Now we know why the attention in chapter 1 to the Son’s superiority to the angels (which, as we said last week, may have been particularly relevant because this community of Jewish Christians had come from a background of the Essene/Qumran type of Judaism in which angels were elevated to especially exalted positions). If you are going to argue as the Jews are arguing, then the fact that the law was mediated by angels lessened its authority in comparison to the gospel that was mediated through Jesus Christ himself. For he is far greater than they! He’s taking his opponents ground in order to refute their position. [Hughes, 77]
In a little book entitled Quaint Sayings of Welsh Preachers, published in 1910, we have this.
“Many years ago, a Welsh minister, beginning his sermon, leaned over the
pulpit, and said with a solemn air, ‘Friends, I have a question to ask. I cannot
answer it, you cannot answer it, if an angel from heaven were present he could
not answer it.’ Death-like silence reigned. Every eye was fixed on the preacher.
He proceeded. ‘The question is this: how shall we escape if we neglect so great
A salvation?’” [Hywel Thomas, 56-57]
We are no longing listening to a theological argument about the comparative glory of angels and the Son of God. Now the author has brought those facts home to us, to each one of us. “How shall we escape if we ignore such a great salvation?”
Now, the fact is, hardly anyone hears that question put nowadays, still less does the average American, even the average American church-goer, even the average American evangelical church-goer hear that question put with real seriousness and solemnity. With all the religious sentiment that has been in the air since 9/11, still you hear in public nothing, nothing at all about the wrath of God, the real peril in which the unbelieving soul lives in this world, or the terrible seriousness of the entire question of salvation.
Listen to this from William Booth, the founder of the Salvation Army. Think of “drift away” in v. 1 and listen to this.
“Look! Look at that man yonder; look at him going down the river. There he is going down in a boat with Niagara beyond. He has got out into the stream; the rapids have got hold of the boat, and down he goes. He need not pull at the oars; he has nothing to do but to be still; to go on with his sleep; to go on with his novel. He is going – going – going. My God! He is gone over, and he never pulled at an oar. That is the way people are damned; they go on; they are preoccupied; they are taken up; they have no time; they don’t think; they neglect salvation, and they are lost.” [Cited in Gammie, Preachers I Have Heard, 55]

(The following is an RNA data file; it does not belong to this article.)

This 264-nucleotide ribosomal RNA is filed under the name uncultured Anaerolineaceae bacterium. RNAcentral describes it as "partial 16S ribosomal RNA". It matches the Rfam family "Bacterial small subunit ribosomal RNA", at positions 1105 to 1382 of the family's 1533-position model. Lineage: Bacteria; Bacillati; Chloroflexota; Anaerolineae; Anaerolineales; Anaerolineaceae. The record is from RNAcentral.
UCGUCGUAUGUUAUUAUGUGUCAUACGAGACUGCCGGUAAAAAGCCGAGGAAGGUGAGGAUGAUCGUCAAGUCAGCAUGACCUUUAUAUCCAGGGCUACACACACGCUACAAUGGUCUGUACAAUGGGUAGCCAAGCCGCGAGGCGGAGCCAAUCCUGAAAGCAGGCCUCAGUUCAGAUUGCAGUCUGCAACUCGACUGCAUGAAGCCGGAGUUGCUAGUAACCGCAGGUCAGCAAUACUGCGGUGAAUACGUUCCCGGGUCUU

This preacher, writing remember what the Holy Spirit wanted him to write, thought he should warn his readers of the reality of approaching doom and remind them that many will suffer punishment and loss because they did not believe in Jesus Christ and follow him. And he will remind them of this over and again in this sermon. He will tell them how easy it is to lose heaven and how terrible it is to suffer the punishments of God. Later, in chapter 10, we will read one of the most terrible warnings in all of the New Testament:
“If we deliberately keep on sinning after we have received the knowledge of the
truth, no sacrifice for sins is left, but only a fearful expectation of judgment and
of raging fire that will consume the enemies of God. … How much more
severely do you think a man deserves to be punished who has trampled the Son
of God underfoot, who has treated as an unholy thing the blood of the covenant
that sanctified him, and who has insulted the Spirit of grace? For we know him
who said, ‘It is mine to avenge; I will repay,’…. It is a dreadful thing to fall into
the hands of the living God.” [10:26-31]
Now, people in our day are not used to hearing sermons like this. Their ancestors heard such sermons regularly, but they do not. Nor do they sing about the judgment of the Lord in their worship on the Lord’s Day. There is abroad in American Christianity, even of the evangelical type, a sentimentalism that lays all stress on happy thoughts and good feelings and systematically avoids the darker teachings of biblical revelation and the stronger meat of biblical Christianity. But, the result is that this generation of Christians is losing touch with real Christianity altogether. Take away the threat of punishment, take away the wrath of God, and soon it will not longer be clear what we need a Savior for and Christ will appear a different person, a different figure than the God/Man, the Redeemer the Scripture reveals him to be.